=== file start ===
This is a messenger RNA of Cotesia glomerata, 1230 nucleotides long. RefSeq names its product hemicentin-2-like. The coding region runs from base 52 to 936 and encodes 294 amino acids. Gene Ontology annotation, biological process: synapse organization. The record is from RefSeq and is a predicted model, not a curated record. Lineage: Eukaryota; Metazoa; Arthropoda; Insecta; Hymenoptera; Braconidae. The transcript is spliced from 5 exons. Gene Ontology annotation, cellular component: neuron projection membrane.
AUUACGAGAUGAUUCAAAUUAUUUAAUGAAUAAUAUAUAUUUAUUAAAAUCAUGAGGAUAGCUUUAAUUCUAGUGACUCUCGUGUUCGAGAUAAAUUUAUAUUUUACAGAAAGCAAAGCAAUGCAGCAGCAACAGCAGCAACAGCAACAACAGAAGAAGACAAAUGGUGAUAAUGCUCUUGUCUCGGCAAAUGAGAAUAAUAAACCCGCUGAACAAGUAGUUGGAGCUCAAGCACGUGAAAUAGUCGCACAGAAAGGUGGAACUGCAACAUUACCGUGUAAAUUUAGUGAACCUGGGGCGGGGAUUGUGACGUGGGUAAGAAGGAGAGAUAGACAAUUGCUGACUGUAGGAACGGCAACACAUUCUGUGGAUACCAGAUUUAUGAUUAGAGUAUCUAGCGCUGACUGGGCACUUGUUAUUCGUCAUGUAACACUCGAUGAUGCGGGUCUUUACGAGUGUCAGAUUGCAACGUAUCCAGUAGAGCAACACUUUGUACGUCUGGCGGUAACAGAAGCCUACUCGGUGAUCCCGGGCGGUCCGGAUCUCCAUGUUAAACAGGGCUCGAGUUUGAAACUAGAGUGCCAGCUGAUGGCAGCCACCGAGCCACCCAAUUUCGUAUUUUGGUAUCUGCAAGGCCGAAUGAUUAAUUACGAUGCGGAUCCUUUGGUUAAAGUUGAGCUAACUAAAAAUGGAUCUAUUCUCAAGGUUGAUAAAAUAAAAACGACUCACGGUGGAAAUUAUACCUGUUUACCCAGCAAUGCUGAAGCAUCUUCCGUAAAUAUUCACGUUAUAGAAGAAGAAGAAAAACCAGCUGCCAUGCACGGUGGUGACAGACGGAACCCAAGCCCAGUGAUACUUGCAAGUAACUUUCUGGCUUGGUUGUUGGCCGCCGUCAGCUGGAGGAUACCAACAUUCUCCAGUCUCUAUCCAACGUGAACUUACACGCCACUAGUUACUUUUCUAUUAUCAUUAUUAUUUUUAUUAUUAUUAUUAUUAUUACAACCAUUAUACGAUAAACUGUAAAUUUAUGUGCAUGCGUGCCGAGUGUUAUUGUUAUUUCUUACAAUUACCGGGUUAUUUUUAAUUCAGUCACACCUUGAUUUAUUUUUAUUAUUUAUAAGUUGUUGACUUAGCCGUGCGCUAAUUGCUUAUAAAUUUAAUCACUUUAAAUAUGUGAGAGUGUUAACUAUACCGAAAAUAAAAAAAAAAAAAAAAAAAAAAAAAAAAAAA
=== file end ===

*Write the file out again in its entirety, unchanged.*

This is a messenger RNA of Cotesia glomerata, 1230 nucleotides long. RefSeq names its product hemicentin-2-like. The coding region runs from base 52 to 936 and encodes 294 amino acids. Gene Ontology annotation, biological process: synapse organization. The record is from RefSeq and is a predicted model, not a curated record. Lineage: Eukaryota; Metazoa; Arthropoda; Insecta; Hymenoptera; Braconidae. The transcript is spliced from 5 exons. Gene Ontology annotation, cellular component: neuron projection membrane.
AUUACGAGAUGAUUCAAAUUAUUUAAUGAAUAAUAUAUAUUUAUUAAAAUCAUGAGGAUAGCUUUAAUUCUAGUGACUCUCGUGUUCGAGAUAAAUUUAUAUUUUACAGAAAGCAAAGCAAUGCAGCAGCAACAGCAGCAACAGCAACAACAGAAGAAGACAAAUGGUGAUAAUGCUCUUGUCUCGGCAAAUGAGAAUAAUAAACCCGCUGAACAAGUAGUUGGAGCUCAAGCACGUGAAAUAGUCGCACAGAAAGGUGGAACUGCAACAUUACCGUGUAAAUUUAGUGAACCUGGGGCGGGGAUUGUGACGUGGGUAAGAAGGAGAGAUAGACAAUUGCUGACUGUAGGAACGGCAACACAUUCUGUGGAUACCAGAUUUAUGAUUAGAGUAUCUAGCGCUGACUGGGCACUUGUUAUUCGUCAUGUAACACUCGAUGAUGCGGGUCUUUACGAGUGUCAGAUUGCAACGUAUCCAGUAGAGCAACACUUUGUACGUCUGGCGGUAACAGAAGCCUACUCGGUGAUCCCGGGCGGUCCGGAUCUCCAUGUUAAACAGGGCUCGAGUUUGAAACUAGAGUGCCAGCUGAUGGCAGCCACCGAGCCACCCAAUUUCGUAUUUUGGUAUCUGCAAGGCCGAAUGAUUAAUUACGAUGCGGAUCCUUUGGUUAAAGUUGAGCUAACUAAAAAUGGAUCUAUUCUCAAGGUUGAUAAAAUAAAAACGACUCACGGUGGAAAUUAUACCUGUUUACCCAGCAAUGCUGAAGCAUCUUCCGUAAAUAUUCACGUUAUAGAAGAAGAAGAAAAACCAGCUGCCAUGCACGGUGGUGACAGACGGAACCCAAGCCCAGUGAUACUUGCAAGUAACUUUCUGGCUUGGUUGUUGGCCGCCGUCAGCUGGAGGAUACCAACAUUCUCCAGUCUCUAUCCAACGUGAACUUACACGCCACUAGUUACUUUUCUAUUAUCAUUAUUAUUUUUAUUAUUAUUAUUAUUAUUACAACCAUUAUACGAUAAACUGUAAAUUUAUGUGCAUGCGUGCCGAGUGUUAUUGUUAUUUCUUACAAUUACCGGGUUAUUUUUAAUUCAGUCACACCUUGAUUUAUUUUUAUUAUUUAUAAGUUGUUGACUUAGCCGUGCGCUAAUUGCUUAUAAAUUUAAUCACUUUAAAUAUGUGAGAGUGUUAACUAUACCGAAAAUAAAAAAAAAAAAAAAAAAAAAAAAAAAAAAA